Another piece of advice for you is to think before you leap (how very cliched of us!), because a number of discount airlines love playing a not-so-innocent marketing game when displaying their advertised fare separate to the the airport fees and taxes. Another fact to consider is that at times, traditional carriers offer cheaper fares than low cost airlines do. This may be due to special promotions, or to combat the truth that low cost carriers pose a serious threat to the business of traditional airlines. Therefore, do not be fixated on a single airline, whether it’s traditional or low cost; because it helps to prepare yourself to be open to all options.

Another market fact is that discount airlines tend to work best in deregulated markets.  An economic feature of these cost-efficient carriers is that they have, so as to say,  built-in shock absorbers. In other words, these airlines remain (or become) profitable whenever the world is plagued by suffering. This happened between the years 2001 and 2003 when the aviation industry was shaken by terrorism, war, and SARS, and the traditional airlines were losing big time. Moreover, discount airlines with low operating cost structures are also competing with seat-only charter sales, but are currently leading the race mainly because charters are known for their inflexibility with regards to length of stay. Hence, aside from the fact that they’re unbelievably cheap, low cost airlines are becoming quite popular for holiday destinations based on many of the reasons mentioned above.

The aviation market has also recently taken a turn (for better or for worse) after various traditional airlines, green with envy (yet another cliche!), launched their own low cost airlines.  KLM’s Buzz, British Airways’ Go, and United Airlines’ Ted are finding it hard to maximize profit with both their traditional and discount carriers operating together; whereas bmi’s bmibaby, Scandinavian Airlines System’s Snowflake, Qantas’ Jetstar, and Lufthansa’s 49% share in germanwings have all learned the secrets of operating successfully alongside their full-service partners.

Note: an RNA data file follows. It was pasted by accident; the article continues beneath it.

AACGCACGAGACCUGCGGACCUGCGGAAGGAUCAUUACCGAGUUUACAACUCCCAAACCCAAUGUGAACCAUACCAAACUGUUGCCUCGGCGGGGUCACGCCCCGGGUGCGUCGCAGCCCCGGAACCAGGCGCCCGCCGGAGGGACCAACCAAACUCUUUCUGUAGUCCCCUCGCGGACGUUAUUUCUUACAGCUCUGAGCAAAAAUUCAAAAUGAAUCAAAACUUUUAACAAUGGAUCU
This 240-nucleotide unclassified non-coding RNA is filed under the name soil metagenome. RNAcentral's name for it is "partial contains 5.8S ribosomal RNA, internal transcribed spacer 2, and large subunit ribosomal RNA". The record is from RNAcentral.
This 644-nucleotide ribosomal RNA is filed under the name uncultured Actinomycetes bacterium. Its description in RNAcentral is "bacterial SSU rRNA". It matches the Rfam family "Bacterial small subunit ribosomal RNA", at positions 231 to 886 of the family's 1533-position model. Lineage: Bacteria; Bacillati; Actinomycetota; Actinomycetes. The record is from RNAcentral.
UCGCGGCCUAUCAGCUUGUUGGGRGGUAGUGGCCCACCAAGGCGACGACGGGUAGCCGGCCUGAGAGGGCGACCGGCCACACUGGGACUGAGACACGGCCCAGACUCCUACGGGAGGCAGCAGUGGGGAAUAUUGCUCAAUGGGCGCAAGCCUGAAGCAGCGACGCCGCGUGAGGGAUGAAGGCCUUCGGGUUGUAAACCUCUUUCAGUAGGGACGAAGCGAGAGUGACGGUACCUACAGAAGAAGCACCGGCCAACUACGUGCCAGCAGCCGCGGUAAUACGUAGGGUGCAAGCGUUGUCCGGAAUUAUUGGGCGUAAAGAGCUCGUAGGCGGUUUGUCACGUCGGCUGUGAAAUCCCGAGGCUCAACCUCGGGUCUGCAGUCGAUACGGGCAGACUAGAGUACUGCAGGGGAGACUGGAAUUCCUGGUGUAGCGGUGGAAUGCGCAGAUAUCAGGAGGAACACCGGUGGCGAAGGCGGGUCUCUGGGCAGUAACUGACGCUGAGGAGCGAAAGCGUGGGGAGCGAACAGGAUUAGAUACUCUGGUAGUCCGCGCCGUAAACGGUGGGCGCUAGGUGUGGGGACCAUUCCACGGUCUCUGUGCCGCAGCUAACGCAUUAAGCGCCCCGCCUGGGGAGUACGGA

As in any economic industry, low cost airlines do compete with each other. While some of these airlines may offer airport lounges, others may advertise satellite television. However, it’s important to understand that these airlines are constantly vying for cost reduction. They may choose to get rid of reclining seats, or decide to altogether remove the window blinds, seat headrest covers or seat pockets. Aside from those drawbacks, what you do get as a passenger is good quality and service otherwise, and more money to spare for shopping at your chosen destination (and isn’t that what’s most important?!). These airlines are also constantly working on improving their services just for you, and as a torch to their cause, they meet at an annual World Low Cost Airlines Congress, where the discussion is aimed at championing the cause of affordable travel, while also maximizing their own profits.

Still cranky about why low-cost airlines don’t serve food? Don’t worry. If you’re willing to dish out some cash (and you must be if you’re cranky), you can always buy great food and beverages on the flight; buy being the key-word.